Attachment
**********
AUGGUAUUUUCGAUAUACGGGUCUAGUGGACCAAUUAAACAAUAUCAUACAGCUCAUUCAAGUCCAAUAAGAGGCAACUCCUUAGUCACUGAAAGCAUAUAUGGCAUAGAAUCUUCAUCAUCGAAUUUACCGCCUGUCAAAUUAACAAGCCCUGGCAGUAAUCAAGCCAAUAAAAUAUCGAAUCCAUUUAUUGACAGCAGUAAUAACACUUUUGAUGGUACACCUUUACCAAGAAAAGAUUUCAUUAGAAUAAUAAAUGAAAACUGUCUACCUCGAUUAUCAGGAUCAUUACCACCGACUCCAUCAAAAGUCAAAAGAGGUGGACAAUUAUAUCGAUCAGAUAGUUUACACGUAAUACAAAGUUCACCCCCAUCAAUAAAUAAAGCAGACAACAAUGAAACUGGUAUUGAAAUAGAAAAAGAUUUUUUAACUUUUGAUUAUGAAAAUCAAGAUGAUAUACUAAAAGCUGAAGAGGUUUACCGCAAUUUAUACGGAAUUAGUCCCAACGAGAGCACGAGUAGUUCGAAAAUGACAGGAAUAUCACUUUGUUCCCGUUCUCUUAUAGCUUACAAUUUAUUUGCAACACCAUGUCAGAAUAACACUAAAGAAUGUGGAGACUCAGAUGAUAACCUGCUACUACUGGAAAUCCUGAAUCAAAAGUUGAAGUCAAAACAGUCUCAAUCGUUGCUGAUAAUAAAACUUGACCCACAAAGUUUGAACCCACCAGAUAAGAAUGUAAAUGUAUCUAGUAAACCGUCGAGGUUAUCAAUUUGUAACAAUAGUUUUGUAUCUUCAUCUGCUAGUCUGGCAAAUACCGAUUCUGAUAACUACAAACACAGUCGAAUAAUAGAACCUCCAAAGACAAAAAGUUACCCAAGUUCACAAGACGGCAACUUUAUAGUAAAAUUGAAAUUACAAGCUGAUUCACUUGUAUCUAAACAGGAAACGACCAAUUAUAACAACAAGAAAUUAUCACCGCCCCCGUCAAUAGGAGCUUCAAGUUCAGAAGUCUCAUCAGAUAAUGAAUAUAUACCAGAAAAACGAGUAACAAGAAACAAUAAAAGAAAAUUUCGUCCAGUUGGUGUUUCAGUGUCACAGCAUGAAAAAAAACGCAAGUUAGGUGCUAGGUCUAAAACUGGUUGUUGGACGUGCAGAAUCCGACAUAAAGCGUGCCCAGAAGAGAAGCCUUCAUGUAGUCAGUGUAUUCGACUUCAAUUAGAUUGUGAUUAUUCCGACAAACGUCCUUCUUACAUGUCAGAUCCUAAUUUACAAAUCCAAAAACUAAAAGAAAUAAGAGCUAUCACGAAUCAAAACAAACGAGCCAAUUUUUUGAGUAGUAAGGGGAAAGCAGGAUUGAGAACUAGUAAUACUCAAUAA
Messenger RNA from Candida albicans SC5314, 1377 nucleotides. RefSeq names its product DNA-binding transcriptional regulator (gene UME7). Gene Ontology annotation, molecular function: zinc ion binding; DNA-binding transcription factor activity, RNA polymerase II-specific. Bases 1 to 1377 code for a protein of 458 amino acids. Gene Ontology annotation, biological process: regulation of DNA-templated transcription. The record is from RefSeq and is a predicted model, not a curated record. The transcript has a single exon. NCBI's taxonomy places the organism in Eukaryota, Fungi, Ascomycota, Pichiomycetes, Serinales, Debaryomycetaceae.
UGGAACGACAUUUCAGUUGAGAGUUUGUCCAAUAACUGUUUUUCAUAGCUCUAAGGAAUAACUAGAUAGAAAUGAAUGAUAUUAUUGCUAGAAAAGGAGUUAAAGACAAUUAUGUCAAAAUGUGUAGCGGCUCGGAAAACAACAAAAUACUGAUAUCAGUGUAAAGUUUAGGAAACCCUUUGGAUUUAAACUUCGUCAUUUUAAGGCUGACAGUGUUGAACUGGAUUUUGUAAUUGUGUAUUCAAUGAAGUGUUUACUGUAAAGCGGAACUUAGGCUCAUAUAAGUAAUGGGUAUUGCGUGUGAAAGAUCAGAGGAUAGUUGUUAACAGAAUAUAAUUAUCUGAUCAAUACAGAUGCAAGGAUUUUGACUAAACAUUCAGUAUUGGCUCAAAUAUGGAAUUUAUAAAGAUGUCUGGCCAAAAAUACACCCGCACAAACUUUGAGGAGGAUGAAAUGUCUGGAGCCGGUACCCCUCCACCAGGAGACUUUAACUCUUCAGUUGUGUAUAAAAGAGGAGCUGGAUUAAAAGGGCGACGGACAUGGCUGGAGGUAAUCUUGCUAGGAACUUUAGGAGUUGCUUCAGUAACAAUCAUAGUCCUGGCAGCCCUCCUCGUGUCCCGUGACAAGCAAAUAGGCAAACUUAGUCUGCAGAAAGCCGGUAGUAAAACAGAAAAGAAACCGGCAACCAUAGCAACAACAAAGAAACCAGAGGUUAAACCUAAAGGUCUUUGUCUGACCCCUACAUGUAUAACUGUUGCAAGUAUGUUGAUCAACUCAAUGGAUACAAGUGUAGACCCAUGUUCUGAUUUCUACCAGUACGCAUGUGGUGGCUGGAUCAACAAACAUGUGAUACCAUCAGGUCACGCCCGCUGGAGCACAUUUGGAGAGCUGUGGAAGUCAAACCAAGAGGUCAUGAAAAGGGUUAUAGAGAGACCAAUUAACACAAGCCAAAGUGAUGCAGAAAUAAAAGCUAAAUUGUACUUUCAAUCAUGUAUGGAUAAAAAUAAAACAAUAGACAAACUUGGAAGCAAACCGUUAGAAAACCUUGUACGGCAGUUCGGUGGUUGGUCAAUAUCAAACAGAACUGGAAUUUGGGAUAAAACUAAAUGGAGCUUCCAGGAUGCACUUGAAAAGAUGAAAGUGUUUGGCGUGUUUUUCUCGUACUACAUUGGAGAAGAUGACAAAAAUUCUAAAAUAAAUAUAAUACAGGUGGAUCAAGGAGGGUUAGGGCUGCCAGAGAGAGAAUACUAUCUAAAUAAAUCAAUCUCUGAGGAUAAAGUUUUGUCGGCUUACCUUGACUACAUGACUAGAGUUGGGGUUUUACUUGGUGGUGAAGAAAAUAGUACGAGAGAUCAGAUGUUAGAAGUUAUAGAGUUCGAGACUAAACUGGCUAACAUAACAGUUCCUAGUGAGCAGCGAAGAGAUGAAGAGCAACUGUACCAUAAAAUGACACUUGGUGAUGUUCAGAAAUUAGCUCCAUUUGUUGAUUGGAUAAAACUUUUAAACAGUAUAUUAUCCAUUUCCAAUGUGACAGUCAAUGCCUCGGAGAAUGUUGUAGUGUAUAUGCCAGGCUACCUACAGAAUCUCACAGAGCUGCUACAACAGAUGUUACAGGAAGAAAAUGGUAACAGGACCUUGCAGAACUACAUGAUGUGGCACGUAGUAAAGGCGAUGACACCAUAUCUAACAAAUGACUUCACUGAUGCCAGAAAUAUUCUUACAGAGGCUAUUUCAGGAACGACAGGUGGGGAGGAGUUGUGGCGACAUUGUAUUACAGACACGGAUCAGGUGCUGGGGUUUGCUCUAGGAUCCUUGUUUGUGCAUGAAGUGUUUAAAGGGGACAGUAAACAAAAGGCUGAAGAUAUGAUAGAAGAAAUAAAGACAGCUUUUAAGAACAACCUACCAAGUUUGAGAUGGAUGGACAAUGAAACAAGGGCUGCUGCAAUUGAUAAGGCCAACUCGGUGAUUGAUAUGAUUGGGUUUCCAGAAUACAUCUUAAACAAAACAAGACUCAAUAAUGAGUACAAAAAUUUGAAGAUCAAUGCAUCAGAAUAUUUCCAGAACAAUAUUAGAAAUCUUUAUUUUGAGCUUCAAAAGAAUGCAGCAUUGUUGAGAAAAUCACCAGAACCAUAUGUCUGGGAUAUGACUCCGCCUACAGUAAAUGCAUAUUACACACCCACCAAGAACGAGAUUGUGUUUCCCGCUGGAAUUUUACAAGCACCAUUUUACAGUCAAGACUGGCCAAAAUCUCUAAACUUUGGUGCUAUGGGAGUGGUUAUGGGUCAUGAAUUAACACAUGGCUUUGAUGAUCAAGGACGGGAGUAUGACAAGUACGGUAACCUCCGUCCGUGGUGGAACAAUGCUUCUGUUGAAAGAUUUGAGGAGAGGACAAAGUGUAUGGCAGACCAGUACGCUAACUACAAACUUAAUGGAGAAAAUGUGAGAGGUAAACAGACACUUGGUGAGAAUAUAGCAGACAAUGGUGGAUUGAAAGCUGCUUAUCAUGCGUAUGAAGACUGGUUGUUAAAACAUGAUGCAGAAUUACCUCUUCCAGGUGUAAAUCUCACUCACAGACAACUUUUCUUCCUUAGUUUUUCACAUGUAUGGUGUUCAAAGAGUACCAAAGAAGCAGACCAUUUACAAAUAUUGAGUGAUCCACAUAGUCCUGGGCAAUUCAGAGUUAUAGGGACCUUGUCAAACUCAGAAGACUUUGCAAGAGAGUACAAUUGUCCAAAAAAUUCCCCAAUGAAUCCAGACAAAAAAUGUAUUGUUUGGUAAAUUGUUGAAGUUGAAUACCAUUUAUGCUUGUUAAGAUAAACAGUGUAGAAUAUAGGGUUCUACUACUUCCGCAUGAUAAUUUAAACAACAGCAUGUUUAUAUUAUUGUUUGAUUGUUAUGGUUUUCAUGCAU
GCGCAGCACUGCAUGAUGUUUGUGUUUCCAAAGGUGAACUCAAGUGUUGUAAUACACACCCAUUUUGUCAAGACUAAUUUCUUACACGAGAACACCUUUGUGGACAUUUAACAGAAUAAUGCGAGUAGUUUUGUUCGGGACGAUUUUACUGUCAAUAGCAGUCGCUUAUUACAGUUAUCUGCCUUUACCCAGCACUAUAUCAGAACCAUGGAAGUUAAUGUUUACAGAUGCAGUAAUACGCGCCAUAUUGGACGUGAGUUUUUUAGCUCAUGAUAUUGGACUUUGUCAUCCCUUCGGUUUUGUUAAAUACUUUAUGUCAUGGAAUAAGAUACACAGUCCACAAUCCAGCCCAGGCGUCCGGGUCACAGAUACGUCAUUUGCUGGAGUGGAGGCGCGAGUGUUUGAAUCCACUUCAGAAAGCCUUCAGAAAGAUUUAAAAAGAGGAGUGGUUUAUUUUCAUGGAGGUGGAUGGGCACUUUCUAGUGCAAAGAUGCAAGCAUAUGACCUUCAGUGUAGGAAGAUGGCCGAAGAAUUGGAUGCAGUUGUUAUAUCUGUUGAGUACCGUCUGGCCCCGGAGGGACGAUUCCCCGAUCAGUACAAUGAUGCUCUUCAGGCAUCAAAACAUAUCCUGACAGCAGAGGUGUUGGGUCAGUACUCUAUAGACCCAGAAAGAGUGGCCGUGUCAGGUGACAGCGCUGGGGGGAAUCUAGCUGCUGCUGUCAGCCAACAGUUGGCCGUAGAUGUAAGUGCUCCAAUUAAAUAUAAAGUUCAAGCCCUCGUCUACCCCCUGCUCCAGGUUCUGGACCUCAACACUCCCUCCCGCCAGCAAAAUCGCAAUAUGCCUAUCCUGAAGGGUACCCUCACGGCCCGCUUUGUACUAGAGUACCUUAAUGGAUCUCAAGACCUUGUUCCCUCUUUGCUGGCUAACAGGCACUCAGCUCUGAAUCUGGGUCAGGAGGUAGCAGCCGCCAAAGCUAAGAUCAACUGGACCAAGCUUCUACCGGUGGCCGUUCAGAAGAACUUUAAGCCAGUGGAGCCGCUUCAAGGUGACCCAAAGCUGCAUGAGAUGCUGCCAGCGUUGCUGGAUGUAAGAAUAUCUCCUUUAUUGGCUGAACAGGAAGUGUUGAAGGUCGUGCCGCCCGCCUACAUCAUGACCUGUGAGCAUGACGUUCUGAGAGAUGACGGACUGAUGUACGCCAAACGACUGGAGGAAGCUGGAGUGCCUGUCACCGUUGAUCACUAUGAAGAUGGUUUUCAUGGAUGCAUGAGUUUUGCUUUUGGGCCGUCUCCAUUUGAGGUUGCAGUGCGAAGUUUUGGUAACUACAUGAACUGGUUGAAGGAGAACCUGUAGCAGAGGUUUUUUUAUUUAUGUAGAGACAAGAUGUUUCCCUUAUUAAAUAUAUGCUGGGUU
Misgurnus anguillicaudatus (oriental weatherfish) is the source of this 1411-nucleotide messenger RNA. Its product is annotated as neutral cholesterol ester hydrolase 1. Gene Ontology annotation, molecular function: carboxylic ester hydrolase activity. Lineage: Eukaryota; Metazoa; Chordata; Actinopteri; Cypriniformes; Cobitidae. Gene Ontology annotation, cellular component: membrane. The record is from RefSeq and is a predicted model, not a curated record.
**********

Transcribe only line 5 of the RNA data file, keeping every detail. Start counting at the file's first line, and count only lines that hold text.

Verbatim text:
Misgurnus anguillicaudatus (oriental weatherfish) is the source of this 1411-nucleotide messenger RNA. Its product is annotated as neutral cholesterol ester hydrolase 1. Gene Ontology annotation, molecular function: carboxylic ester hydrolase activity. Lineage: Eukaryota; Metazoa; Chordata; Actinopteri; Cypriniformes; Cobitidae. Gene Ontology annotation, cellular component: membrane. The record is from RefSeq and is a predicted model, not a curated record.